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Skip to 0 minutes and 1 second The reason why I chose to become an egg freezing patient was because of personal reasons I just wanted to have the option of having children later on in my life. Because I come from a family that is very family orientated and there was always some pressure on me as to when I am I going to have children and when am I going to have my own family. And me starting getting older, trying to pursue my career more and more I decided that I will freeze my eggs in order to have the option of having children later on. And that actually took a lot of pressure off.

Skip to 0 minutes and 41 seconds There was a lot of support from CRGH in me going through the procedure, there was support from the doctors, the nurses, as well as the embryology team. They made me feel very comfortable and it honestly felt like a very easy journey. The fact that many companies now days offer the egg freezing option to their employees, I think it was only a matter of time to be honest before they start doing it because women are, nowadays, are expected to perform as well as men in their careers. So I don’t see why they shouldn’t have the option when for a woman time is an issue where for a man it is not. It definitely takes a lot of weight off your shoulders.

Skip to 1 minute and 31 seconds I don’t have to think anymore that, you know, I have to have children because I know that I am not going to be able to have them in a few years. And that takes off a lot of pressure in terms of me pursuing my career and probably making the right choices with a partner that I want to be. Being able to do the egg freezing definitely stops your clock from ticking now. It is still out there and the clock is still ticking so, I know that in a few years I won’t be able to try naturally at all to have babies. Maybe I won’t even be able to try assisted reproduction with fresh eggs.

Skip to 2 minutes and 11 seconds I am probably going to have to go straight to my frozen eggs. Even having IVF requires that you have eggs to do it. And therefore by freezing eggs at least you are guaranteed that you are going to be able to have your own-, biologically own children in the future. In terms of the procedure, it is like you are climbing on a mountain basically. So you start climbing on a mountain. But as you come for your scans every other day and you see the follicles growing then you start building up your hopes and everything becomes easier as well, taking your injections becomes easier, I mean there is always support from all the staff for anyone that may ask.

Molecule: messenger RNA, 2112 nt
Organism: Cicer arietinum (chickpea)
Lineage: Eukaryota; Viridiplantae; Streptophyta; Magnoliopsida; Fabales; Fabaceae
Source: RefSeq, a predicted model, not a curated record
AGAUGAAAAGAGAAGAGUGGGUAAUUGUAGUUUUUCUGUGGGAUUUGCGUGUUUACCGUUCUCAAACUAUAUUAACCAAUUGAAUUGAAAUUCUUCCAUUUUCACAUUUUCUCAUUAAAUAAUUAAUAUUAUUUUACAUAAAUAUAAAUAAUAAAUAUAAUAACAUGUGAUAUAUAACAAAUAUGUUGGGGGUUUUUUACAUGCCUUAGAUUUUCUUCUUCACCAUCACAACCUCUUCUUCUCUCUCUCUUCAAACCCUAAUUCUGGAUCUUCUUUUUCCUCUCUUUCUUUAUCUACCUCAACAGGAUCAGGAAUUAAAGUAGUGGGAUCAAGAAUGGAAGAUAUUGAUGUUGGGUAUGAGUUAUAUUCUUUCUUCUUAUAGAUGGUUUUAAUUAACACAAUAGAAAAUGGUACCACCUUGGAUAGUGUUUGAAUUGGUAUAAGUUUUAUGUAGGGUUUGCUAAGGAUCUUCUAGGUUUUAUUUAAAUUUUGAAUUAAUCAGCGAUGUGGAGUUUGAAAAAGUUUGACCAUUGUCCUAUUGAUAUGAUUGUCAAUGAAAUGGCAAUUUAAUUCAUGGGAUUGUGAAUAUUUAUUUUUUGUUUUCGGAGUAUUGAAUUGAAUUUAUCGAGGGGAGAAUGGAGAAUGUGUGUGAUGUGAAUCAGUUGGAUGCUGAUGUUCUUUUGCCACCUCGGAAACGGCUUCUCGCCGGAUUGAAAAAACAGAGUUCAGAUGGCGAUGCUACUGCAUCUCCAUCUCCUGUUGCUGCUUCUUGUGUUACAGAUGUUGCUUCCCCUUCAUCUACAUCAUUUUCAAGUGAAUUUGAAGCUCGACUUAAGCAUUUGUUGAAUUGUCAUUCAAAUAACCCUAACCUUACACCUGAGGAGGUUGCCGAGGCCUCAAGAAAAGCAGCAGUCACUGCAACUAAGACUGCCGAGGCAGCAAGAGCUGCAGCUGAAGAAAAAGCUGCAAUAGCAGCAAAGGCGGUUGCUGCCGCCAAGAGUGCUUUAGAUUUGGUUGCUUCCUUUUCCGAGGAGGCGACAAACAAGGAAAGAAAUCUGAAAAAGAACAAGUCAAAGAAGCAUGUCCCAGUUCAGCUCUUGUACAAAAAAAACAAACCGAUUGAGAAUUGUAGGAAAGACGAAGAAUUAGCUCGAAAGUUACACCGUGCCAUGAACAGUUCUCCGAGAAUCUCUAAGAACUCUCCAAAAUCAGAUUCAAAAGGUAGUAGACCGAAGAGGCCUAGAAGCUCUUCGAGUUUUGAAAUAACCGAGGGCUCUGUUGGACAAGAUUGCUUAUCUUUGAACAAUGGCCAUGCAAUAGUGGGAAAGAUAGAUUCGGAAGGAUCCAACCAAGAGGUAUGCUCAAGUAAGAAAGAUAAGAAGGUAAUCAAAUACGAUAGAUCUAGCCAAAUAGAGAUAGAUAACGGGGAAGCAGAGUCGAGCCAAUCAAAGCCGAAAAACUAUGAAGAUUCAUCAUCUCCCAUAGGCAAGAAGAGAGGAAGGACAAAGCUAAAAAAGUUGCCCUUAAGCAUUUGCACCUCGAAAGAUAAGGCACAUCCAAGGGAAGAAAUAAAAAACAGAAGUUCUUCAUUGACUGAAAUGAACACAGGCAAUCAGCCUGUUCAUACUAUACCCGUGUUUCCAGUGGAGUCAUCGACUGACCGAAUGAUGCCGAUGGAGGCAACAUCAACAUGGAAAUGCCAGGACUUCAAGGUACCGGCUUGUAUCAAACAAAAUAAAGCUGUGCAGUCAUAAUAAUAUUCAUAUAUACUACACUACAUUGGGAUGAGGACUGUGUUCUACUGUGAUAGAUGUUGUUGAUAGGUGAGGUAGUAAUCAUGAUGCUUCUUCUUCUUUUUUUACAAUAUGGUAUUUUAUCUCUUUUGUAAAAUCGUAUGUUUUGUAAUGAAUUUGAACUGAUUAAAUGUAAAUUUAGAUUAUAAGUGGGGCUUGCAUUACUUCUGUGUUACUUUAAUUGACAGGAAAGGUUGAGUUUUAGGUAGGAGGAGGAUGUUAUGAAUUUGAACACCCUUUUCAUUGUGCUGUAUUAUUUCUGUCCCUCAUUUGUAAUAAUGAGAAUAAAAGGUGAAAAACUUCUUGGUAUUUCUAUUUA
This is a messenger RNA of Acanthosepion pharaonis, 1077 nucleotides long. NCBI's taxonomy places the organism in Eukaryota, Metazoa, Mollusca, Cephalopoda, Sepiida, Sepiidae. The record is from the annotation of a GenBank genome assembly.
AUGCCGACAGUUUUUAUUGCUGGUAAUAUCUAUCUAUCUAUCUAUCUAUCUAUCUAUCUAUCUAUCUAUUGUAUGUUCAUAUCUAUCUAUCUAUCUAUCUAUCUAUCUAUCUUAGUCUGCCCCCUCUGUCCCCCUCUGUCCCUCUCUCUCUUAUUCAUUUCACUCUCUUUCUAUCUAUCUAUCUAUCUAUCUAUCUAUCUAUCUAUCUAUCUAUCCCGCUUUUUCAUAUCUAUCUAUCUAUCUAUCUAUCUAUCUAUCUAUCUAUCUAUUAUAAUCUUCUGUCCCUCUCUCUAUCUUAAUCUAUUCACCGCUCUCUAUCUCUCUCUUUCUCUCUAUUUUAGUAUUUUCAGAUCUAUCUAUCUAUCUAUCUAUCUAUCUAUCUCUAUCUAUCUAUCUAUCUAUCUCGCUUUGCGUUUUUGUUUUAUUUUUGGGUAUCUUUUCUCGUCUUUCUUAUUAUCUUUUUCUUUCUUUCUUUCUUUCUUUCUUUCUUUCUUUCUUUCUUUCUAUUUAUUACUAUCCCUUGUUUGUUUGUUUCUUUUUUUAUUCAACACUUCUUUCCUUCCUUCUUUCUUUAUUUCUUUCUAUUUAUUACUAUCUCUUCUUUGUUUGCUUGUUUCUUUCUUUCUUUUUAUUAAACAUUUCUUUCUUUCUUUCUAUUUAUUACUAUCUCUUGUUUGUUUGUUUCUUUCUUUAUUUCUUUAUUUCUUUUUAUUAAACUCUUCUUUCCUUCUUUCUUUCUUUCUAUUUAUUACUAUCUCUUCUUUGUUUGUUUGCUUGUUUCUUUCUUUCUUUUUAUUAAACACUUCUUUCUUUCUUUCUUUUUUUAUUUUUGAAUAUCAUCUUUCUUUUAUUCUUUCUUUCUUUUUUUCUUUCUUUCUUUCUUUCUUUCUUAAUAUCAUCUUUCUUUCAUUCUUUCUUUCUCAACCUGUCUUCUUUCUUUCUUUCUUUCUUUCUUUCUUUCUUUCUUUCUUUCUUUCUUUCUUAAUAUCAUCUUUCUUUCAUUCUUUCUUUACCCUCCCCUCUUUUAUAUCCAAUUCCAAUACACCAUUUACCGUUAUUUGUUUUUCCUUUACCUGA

Skip to 2 minutes and 56 seconds And you start building up your hopes until you are ready. And then you go in theatre for your-, the operating theatre for your egg collection. And this is probably one of the procedures that most women are scared of but honestly it was very, very easy. As soon as the procedure is done then you only have recovering for a couple of hours and then you are free to go home. And probably a couple of hours later we-, well I received a phone call from one of my colleagues telling me how many eggs were suitable for freezing and that everything went well and the eggs have now been frozen. I had enormous support from my family.

Skip to 3 minutes and 36 seconds They couldn’t understand at the beginning why I was freezing eggs and I wasn’t having children. But I explained to them that is something different in at that time. They were very, very supportive in my decision and my choices.

Egg freezing - a perspective

Meet Kalliope, a young, female embryologist working at CRGH, a premier fertility clinic in London. Kalliope spends her working week improving the fertility chances of her clients, but she has also thought a lot about her own fertility options as well.

In this interview, she tells us why she has chosen to freeze her own eggs. Whilst aware that this is not a choice that all women might make, she explains how this is right for her, at this time in her life.

Kalliope wants to have a family but, at the moment, she is focused on her career and her work, as well as her own life. Like many women of her generation, she has chosen to delay childbearing until later on in life.

Although not a decision she took lightly, Kalliope is happy to have frozen her eggs, and she feels like a burden has been lifted from her, now that she knows she has more options available to her if and when she does decide to have a family.

Join the discussion: What do you think are the reasons that make young people today, of any sex, delay childbearing? Are there both positive and negative drivers involved? Which ones do you think are the most important?

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This video is from the free online course:

Making Babies in the 21st Century

UCL (University College London)